Lying on the bed when I should have been fast asleep inside it, I was struggling to accept the loss of my marriage. It stretched my brain just thinking about it. But no matter my resistance I knew that it was happening, almost despite myself. Each night, it was happening in my dreams. Every day, it was occurring in the deepest part of myself. And because I wasn’t directing this loss myself, I knew that I had no idea how much longer it would take to complete. Still, that wasn’t my biggest worry. My biggest worry was that once I did let go of my marriage to James, what would happen to all the good experiences that were bound up with it? Would their fate be to turn into empty bookcases?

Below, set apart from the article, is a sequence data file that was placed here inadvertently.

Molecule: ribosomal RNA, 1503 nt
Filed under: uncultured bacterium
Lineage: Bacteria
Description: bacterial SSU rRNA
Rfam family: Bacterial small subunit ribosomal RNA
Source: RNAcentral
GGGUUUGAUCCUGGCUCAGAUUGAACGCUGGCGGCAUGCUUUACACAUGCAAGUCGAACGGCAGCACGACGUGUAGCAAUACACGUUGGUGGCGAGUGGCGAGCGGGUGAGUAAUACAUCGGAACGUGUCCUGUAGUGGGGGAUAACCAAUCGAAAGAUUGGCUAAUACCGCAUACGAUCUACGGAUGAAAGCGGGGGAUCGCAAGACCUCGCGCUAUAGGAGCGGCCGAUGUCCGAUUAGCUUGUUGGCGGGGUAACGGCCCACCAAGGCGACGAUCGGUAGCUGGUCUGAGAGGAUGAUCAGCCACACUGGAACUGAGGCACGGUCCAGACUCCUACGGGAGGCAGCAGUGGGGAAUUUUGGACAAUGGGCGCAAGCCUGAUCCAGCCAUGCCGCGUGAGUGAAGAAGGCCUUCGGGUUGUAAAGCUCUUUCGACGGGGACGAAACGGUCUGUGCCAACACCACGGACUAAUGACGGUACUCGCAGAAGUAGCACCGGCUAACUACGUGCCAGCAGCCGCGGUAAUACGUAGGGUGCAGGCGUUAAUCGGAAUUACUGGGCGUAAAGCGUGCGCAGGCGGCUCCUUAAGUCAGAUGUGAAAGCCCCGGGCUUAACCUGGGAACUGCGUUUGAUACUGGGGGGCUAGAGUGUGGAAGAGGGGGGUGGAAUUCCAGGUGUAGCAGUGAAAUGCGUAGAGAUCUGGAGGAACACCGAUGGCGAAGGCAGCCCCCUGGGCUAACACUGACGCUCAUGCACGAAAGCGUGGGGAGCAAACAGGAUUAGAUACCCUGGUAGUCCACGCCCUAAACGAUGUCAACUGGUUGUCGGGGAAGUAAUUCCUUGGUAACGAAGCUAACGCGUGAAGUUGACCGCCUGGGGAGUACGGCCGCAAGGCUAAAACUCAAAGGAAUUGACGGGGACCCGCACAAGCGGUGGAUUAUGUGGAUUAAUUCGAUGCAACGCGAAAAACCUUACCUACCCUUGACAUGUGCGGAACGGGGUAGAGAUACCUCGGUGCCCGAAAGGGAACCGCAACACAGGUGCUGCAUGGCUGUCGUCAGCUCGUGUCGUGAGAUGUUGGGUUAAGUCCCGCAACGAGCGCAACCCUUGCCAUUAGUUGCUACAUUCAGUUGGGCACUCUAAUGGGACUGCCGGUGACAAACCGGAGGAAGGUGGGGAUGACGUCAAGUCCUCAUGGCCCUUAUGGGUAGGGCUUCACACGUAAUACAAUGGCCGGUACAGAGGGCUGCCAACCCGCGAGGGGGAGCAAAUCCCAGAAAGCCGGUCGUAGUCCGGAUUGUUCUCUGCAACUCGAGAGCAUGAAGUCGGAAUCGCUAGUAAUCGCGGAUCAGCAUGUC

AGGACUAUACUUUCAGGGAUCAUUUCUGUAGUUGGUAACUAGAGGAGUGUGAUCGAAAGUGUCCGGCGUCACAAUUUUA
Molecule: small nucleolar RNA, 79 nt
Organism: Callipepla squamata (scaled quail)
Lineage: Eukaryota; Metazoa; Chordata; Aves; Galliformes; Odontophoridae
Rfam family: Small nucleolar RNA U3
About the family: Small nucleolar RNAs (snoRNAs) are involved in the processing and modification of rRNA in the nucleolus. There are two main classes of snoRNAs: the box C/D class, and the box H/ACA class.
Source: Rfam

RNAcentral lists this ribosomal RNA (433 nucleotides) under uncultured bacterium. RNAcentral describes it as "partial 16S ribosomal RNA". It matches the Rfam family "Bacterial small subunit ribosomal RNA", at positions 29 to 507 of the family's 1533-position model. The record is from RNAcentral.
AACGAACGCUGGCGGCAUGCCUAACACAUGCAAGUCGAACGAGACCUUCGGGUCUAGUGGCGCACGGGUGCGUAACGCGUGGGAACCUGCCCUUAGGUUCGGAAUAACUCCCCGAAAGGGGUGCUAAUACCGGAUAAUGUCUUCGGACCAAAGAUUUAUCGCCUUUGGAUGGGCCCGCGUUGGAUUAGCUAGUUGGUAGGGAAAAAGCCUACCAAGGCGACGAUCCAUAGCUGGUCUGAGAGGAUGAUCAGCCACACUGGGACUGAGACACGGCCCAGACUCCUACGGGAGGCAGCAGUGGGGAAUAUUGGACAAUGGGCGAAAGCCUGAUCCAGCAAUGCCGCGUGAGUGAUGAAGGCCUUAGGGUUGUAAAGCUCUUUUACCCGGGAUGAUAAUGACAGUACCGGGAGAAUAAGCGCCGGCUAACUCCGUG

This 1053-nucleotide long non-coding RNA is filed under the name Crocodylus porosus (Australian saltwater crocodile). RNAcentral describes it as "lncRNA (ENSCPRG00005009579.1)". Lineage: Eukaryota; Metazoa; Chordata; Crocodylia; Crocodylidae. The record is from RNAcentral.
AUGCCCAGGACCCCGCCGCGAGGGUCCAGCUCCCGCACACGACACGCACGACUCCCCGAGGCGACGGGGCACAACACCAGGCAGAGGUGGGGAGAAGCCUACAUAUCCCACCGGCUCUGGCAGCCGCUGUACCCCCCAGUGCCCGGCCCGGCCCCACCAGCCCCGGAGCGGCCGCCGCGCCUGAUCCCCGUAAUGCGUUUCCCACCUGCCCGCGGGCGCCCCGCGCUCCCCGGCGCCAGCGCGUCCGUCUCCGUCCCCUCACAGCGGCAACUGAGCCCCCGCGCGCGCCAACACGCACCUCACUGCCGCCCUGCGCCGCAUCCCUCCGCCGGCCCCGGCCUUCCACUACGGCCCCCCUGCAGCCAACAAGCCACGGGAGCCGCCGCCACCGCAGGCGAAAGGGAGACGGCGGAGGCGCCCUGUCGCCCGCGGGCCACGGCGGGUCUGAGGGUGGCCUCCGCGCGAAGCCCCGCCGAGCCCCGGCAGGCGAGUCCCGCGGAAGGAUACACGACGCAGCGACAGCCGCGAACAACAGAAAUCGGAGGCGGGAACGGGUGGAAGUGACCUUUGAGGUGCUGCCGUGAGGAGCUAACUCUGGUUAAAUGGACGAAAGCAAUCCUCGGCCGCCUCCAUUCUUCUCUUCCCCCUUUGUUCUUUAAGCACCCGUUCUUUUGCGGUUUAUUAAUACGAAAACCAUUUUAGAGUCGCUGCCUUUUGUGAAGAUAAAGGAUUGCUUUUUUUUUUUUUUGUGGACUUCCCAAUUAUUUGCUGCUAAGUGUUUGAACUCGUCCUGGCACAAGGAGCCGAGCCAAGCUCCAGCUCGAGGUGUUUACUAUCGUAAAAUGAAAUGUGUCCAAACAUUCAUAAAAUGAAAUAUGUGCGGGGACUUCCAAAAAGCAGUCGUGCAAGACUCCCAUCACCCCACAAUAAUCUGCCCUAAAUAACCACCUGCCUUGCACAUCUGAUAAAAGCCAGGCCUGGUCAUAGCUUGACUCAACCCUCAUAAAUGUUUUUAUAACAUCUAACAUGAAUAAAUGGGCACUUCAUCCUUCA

Only now, writing this at the kitchen table the next morning, do I realise the meaning behind those empty bookcases by the front door. Even though my knee-jerk reaction to seeing them empty was panic, panicked isn’t what I feel about James moving out of this house. Mostly, I understand why James needed to move on and away from me. I know that it wasn’t an easy decision for him to make, that it was probably one of his hardest decisions. Admittedly, now and then I feel consumed by curiosity for what he is up to one whole suburb away. However, I don’t feel that I’ve been left out on a rock like a tribal elder whose time has come. Perhaps when my son leaves home, a sense of abandonment will hit me. But I wonder. Could it be that this fear, which sprang up when I felt afraid of something that I didn’t have words for as a girl, is no longer with me?